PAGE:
Former Republican presidential candidate Marco Rubio showed throughout the course of his failed campaign that he's deeply concerned about the future of the United States. Now that Democratic nominee Hillary Clinton's rival Sen. Bernie Sanders has endorsed her — making a Clinton-Trump matchup a virtual lock — two people the Florida senator abhors and believes will endanger our county will duke it out for the White House in November. And Rubio's June decision to run for Senate reelection when he'd announced he wouldn't suggests that he cares about his party and its ideals too much to leave politics altogether. So, will Marco Rubio run for president again in 2020?
Rubio dropped out of the race for the Republican nomination in March when he lost the primary in his home state of Florida to Donald Trump, a man he had once called "the most vulgar person to ever aspire to the presidency." Afterwards, he told reporters that he'd be heading out of politics when his senatorial term ended in January 2017.
The planned retreat into private life may have been the product of a campaign that at time seemed exhausting and even morally compromising for Rubio — such as when he used a debate to insult Trump's "small hands" and spray tan, and later apologized, saying that the move disappointed his wife, kids, and even reflected poorly on his faith.
But by June he'd had some time to decompress and reconsider. And although he'd reluctantly endorsed Trump in the interim, he's clearly concerned enough about the future of American politics to stay in after all, as he explained in a statement:
Control of the Senate may very well come down to the race in Florida. That means the future of the Supreme Court will be determined by the Florida Senate seat. It means the future of the disastrous Iran nuclear deal will be determined by the Florida Senate seat. It means the direction of our country’s fiscal and economic policies will be determined by this Senate seat. The stakes for our nation could not be higher.
In a CNN interview, Rubio skirted a question about whether he'd consider another presidential run, but noted that "jumping into this [Senate] race is not the decision most people would advise" if he had his eye on the White House in 2020." "I'm coming back to be a U.S. senator and give my time and energy and have a Senate that can act as a check and balance on whoever is elected president," he said.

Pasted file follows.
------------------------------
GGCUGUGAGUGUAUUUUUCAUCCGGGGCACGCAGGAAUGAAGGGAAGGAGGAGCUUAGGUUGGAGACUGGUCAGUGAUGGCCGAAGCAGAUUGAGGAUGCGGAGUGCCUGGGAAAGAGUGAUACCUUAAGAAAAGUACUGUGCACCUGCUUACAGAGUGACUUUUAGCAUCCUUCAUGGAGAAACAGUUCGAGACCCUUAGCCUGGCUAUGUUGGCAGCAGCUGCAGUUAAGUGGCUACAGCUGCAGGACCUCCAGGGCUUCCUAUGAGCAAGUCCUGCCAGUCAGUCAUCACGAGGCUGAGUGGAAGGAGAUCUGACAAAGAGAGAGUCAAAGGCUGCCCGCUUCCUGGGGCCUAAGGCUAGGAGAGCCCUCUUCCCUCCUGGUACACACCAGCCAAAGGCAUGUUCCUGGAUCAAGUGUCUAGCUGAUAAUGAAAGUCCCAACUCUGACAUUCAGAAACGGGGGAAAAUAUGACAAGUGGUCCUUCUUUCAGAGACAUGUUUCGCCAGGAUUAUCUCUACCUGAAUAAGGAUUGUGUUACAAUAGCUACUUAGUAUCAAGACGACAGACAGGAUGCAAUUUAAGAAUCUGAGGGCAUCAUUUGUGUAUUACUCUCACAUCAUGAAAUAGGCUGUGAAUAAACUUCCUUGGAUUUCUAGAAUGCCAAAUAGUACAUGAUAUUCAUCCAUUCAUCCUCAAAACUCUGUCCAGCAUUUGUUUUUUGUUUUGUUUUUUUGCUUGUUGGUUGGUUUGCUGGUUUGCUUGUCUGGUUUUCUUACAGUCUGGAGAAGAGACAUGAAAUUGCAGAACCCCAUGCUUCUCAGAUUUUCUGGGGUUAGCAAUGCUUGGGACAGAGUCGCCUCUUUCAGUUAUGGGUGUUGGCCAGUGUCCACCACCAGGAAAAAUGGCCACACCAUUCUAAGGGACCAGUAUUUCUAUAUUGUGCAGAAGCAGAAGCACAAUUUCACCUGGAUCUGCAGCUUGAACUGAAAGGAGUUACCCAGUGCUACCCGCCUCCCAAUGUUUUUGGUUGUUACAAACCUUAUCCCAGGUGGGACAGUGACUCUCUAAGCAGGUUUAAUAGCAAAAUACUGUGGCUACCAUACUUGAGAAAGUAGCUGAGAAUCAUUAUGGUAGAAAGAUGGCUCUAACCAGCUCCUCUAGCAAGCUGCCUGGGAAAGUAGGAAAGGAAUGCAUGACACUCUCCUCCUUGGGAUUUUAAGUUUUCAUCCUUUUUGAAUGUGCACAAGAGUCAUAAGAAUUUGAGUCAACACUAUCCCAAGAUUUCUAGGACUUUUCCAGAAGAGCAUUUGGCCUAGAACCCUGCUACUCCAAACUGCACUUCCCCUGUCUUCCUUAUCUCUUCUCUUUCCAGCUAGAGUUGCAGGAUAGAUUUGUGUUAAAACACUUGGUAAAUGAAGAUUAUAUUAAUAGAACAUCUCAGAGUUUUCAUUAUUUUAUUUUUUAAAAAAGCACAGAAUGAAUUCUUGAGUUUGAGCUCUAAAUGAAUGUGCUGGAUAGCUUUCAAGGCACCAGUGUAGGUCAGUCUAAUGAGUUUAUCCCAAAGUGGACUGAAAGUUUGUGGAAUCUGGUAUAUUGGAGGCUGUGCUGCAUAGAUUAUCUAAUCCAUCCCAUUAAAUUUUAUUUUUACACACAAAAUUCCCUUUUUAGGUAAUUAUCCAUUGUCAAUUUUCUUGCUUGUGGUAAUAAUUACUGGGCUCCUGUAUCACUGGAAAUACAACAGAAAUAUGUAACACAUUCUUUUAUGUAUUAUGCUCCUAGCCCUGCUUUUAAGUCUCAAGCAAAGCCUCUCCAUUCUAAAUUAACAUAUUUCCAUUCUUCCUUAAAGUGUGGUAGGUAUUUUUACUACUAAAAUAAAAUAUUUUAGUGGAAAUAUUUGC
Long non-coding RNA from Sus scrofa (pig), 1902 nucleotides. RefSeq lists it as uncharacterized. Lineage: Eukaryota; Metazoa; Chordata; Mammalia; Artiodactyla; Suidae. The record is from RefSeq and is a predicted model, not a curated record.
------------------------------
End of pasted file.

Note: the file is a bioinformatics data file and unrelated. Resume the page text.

But The Washington Post's Chris Cillizza has another theory about Rubio's sudden 180. If he really does want to run for prez in 2020, Rubio's first priority is to avoid fading into obscurity, a fate that leaving politics altogether to catch those Florida rays (or whatever it is Rubio does when he's not politicking) would ensure. "So, Rubio was staring down four years of, well, not much," Cillizza wrote, adding that other potential contenders like House Speaker Paul Ryan and and Texas Sen. Ted Cruz would remain prominent voices throughout either of Trump or Clinton presidency.
So, Rubio's decision to run for reelection could be altruistic, or it could be self-serving. Or it could be both, because politicians are supposed to be the conduits through which society solves its problems — and he may just really want to be president as well.
Because he's relatively young at 45 years old, another run is certainly feasible for Rubio, even if it happens well after 2020. And although he holds many conservative views on social issues like abortion and healthcare reform, Rubio's recent on-point remarks after a mass shooting in Dallas that killed five police officers in the midst of a week defined by tensions between law enforcement and African Americans show that he may be able to connect with liberal as well.
As is often the case with politicians, Rubio's motivations and plans are difficult to pinpoint. He showed by announcing that he's seeking another term as senator, though, that he believes he can help to make the nation a better place for its residents. Whether he plans to attempt to do the same from the White House one day is yet to be seen.